I started out strong. With my first child, everything was monogrammed. And by that, I mean everything that I could hold down. Bibs, blankets, sheets, outfits, lunchboxes, overnight bags, European shams and even the T-shirts for outside play proudly bore the initials of my son. Smocking also played a big part in his wardrobe. He looked adorable. All of the time.
And then somewhere between my second and third child, I lost the will to color coordinate. It was a slow fade. The outfits still looked cute, but the children didn’t match one other. A stained shirt or two saw its way into the mix. A lost backpack of one meant that the child was now toting the former backpack of a sibling, and the initials didn’t match the carrier.
With the fourth child I completely threw in the towel. And just to be clear: The towel was not monogrammed. Then I lost all sense of self and purchased denim.
If my new-mother eyes could see me now, she would be devastated. She had such plans for me. Her plans included picture-perfect children’s rooms with stylish bedding, well-appointed bookshelves, useful desks and closets full of adorable clothes plucked straight from a trunk show. She envisioned clean, beautiful children with excellent manners, good eating habits, and the desire to please at all times.
That mother just hadn’t met her children yet.
She didn’t know that Charles thinks straightening up his room means throwing everything into the closet, that modest Elizabeth shudders when I suggest she wear a dress that shows her knees, that Christian has waged war on shirts with collars, and that Sarah has bless-her-heart hair.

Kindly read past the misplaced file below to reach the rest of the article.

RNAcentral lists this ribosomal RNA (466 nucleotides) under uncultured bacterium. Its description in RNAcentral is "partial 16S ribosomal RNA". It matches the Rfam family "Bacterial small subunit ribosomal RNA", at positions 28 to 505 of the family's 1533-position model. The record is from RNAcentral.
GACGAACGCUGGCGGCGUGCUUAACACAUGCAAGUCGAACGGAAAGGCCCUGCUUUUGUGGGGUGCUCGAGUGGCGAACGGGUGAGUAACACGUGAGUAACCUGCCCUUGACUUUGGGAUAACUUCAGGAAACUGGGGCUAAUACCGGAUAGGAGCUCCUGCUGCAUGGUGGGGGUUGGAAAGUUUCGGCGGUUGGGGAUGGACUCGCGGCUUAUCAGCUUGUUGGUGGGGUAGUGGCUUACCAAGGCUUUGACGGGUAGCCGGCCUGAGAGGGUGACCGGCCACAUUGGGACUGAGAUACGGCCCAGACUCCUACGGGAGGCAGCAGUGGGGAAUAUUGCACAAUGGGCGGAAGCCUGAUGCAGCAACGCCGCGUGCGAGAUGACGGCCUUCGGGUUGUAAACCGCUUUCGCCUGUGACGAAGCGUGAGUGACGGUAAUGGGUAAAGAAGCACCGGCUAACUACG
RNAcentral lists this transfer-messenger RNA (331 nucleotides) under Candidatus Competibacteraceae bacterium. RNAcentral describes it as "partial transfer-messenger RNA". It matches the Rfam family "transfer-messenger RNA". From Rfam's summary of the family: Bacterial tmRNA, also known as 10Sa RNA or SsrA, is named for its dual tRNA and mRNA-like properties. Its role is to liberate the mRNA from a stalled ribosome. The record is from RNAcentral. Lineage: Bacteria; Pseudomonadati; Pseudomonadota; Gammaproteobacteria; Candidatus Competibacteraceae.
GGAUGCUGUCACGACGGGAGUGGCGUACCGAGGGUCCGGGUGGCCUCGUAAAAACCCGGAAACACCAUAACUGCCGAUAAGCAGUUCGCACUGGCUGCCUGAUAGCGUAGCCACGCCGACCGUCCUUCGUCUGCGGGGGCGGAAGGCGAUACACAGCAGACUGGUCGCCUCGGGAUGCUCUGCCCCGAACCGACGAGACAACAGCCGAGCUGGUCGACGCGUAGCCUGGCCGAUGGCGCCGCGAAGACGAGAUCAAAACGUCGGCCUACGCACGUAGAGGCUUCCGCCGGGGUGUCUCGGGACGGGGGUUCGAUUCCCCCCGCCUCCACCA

It’s good enough.
What that new mother didn’t know is that closets can be closed, daughters can wear pants, sons can wear T-shirts, and ponytails mask the mayhem of an untamed mane. It just doesn’t matter in the long run.
Certainly, there are things that do matter. But picture-perfect kids should not be on the top of that list. That’s simply the smoke-and-mirrors lie of Facebook postings and Christmas cards. Only the best images make it there. Reality tells a different tale. In my household, it looks a bit more like this:
Child: “Mom, the hem is out of my uniform.”
Me: “Bring me the stapler.”
Child: Blank stare. “For what?”
Me: “To hem your uniform, of course.”
Child: “Are you joking me, Mom?”
Me: “I’m serious as a heart attack. Now bring me the stapler. There are only three weeks left of school, and I’m not threading a needle for that.”
Picture perfect? No. Good enough? Absolutely.
Being a good-enough mother has many advantages: First and foremost, other mothers will not hate you because your picture-perfect children outshine theirs. (Extravagant Birthday Party Mom smirks when she comes to one of my thrown-together shindigs.) Second, because you are not perfect, your children will learn to fill in the gaps. (Elizabeth taught herself to sew. Charles makes his own noodles with butter. Christian taught Sarah to ride a bike. Thanks, kids!) Finally, as a good-enough mother, you will disappoint yourself less. (School Project Mom falls to her knees when her son’s Thermal Conductivity of Metals does not win first prize at the science fair. Me? I’ve already graduated from third grade.)
Life is simpler as a good-enough mom. I know it to be true. I’ve lived it. But I have big plans for myself as a picture-perfect grandmother, and I’ve kept the smocked jon jons just in case.
Happy Mother’s Day!
This month, inRegister celebrates philanthropic youth in the Capital Region. Their stories are inspiring and their perseverance is commendable. It gives me great hope that this up-and-coming generation feels so strongly about helping others in need—whether it be a neighbor down the street or a person in need on the other side of the world. Read about six who felt called to action.